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For the festive season, a Ferrari Testarossa in white suits me just fine, says Jules Christian

Throughout their history, Ferrari have always used numbers in their model descriptions. If you said, however, 512TR it would mean little to many, but it is in fact the number of one of Ferrari’s best selling and most famous models: the Testarossa.

When introduced in 1984 as a replacement for the Boxer 512i, the blunt Pininfarina styling and ostentatious side strakes compared with the curvaceous lines of its predecessor, caused a great deal of consternation among Ferrari devotees. Although it was only 180cm wider, it also made the Testarossa look so much larger.

In fact the Testarossa had an excellent design throughout and resolved many of the problems of the earlier 512i. The aerodynamics were so good that it did not need a rear spoiler, unlike its competitor the Lamborghini Countach. The much-needed additional interior space even allowed for some luggage behind the seats, and the absence of a spare wheel gave workable load space under the bonnet. Ferrari had decided that Testarossa owners would never change a wheel themselves but would call a tow service, so they simply didn’t provide one. And you had to fit a radio/stereo – they didn’t provide one of those either.


One of the problems with the mid-engined 512i was that the radiator was in the front of the car with pipes running inside down the sides to the engine at the rear, which made the cabin uncomfortably hot. I can vouch for this as I had to deliver one from North London over to Heathrow Cargo in heavy jammed traffic on a hot summer’s day with no aircon – it was a nightmare.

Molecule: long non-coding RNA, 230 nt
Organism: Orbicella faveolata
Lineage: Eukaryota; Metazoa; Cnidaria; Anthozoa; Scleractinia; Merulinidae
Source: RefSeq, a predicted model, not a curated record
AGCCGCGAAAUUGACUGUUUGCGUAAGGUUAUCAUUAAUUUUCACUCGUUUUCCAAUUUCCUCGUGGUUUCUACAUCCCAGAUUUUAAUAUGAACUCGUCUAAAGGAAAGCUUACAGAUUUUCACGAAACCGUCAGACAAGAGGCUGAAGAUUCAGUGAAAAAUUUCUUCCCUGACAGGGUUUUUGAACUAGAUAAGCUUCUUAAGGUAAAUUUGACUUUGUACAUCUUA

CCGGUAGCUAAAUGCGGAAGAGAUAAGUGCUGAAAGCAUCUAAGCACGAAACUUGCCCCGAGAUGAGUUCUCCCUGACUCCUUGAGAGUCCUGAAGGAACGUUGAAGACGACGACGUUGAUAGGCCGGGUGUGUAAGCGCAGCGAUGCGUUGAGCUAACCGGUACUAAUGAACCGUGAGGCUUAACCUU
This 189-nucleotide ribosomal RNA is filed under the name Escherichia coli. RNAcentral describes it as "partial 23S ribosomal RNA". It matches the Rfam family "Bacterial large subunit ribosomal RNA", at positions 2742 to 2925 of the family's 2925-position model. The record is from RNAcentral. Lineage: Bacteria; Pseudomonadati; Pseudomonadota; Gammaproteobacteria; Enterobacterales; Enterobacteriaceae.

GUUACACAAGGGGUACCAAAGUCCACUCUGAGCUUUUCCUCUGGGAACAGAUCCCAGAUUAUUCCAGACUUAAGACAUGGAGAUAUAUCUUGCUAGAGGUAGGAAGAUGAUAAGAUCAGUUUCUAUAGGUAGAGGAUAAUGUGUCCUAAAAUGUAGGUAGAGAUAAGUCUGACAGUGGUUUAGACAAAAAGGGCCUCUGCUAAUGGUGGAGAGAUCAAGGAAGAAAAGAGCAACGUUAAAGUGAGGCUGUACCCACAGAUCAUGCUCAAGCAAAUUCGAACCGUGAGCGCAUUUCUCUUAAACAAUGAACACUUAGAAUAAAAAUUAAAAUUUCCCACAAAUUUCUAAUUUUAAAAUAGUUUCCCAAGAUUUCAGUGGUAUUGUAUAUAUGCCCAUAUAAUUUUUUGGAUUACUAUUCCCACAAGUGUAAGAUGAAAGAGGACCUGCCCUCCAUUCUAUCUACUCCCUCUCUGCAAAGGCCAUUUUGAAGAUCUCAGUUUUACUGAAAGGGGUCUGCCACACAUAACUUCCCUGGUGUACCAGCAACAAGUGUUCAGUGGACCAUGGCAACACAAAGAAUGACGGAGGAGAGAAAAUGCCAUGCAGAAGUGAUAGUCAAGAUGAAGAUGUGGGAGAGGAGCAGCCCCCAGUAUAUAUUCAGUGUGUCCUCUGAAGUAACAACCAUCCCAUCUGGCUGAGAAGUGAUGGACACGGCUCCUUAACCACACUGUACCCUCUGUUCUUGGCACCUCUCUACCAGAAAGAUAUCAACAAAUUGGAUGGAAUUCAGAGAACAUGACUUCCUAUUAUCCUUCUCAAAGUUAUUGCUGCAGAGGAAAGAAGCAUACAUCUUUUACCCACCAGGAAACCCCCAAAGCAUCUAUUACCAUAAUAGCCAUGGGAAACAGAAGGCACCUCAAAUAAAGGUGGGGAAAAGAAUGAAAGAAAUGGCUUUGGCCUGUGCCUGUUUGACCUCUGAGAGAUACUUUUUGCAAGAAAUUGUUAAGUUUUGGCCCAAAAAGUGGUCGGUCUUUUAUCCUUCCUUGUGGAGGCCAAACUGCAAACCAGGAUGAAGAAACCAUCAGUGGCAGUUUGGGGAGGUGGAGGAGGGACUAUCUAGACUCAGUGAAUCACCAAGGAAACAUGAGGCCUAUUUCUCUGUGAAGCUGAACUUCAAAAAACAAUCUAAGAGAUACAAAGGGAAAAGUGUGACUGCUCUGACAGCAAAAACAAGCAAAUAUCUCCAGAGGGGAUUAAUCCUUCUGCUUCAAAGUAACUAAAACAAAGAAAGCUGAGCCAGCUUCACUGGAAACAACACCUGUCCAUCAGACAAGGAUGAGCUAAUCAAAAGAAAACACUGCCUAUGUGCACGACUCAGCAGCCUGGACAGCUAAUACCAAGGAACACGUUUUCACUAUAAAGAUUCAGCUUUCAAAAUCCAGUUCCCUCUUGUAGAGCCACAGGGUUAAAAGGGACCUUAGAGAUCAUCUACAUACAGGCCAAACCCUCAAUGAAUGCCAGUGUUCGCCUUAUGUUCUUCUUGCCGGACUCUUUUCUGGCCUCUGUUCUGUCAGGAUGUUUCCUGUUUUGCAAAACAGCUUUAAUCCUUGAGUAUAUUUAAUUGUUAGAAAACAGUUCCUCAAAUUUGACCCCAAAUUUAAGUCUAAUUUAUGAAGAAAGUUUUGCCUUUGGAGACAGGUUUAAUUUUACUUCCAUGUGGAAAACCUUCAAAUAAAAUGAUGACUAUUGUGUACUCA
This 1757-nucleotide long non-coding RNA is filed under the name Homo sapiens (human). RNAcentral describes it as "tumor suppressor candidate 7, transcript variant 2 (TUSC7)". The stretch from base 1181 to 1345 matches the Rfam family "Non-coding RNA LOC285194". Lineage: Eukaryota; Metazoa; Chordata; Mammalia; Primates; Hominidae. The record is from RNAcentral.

The side strakes on the Testarossa, which caused so much consternation, were a part of resolving this, and were lead-ins to the air ducts for the radiators, which were moved to the engine compartment.

The Testarossa was powered by basically the same flat-12, 4943cc mid-engine as the 512i, but with four valves per cylinder head which were actually painted red. The upgraded engine punched-out 385bhp and gave it a 0-100km/h acceleration time of 5.5 seconds and a top speed of around 290km/h.

Between 1984 and 1991 nearly 10,000 Testarossa models were sold, only 500 of which were the later F512M, 1994 version, which apart from some cosmetic changes, had a modified 434bhp engine, revamped handling and sorted out the stiff gear-change issue, which had always been annoying. All the models were coupes, with only one Spyder built made especially for Fiat and Ferrari boss, Gianni Agnelli, to celebrate 20 years of chairmanship.

Agnelli was not the only famous Testarossa owner – Elton John, Mike Tyson, Michael Jordan and Rod Stewart all owned one. But the only star who was actually given one for free by Ferrari was Don Johnson who starred – driving a white Testarossa – in the 1980s TV hit Miami Vice.

Fine, so I know the Ferrari colour is red, but if Santa is kind, in this case, I might just make an exception. Have a merry Christmas and here’s to a better 2021 for all.

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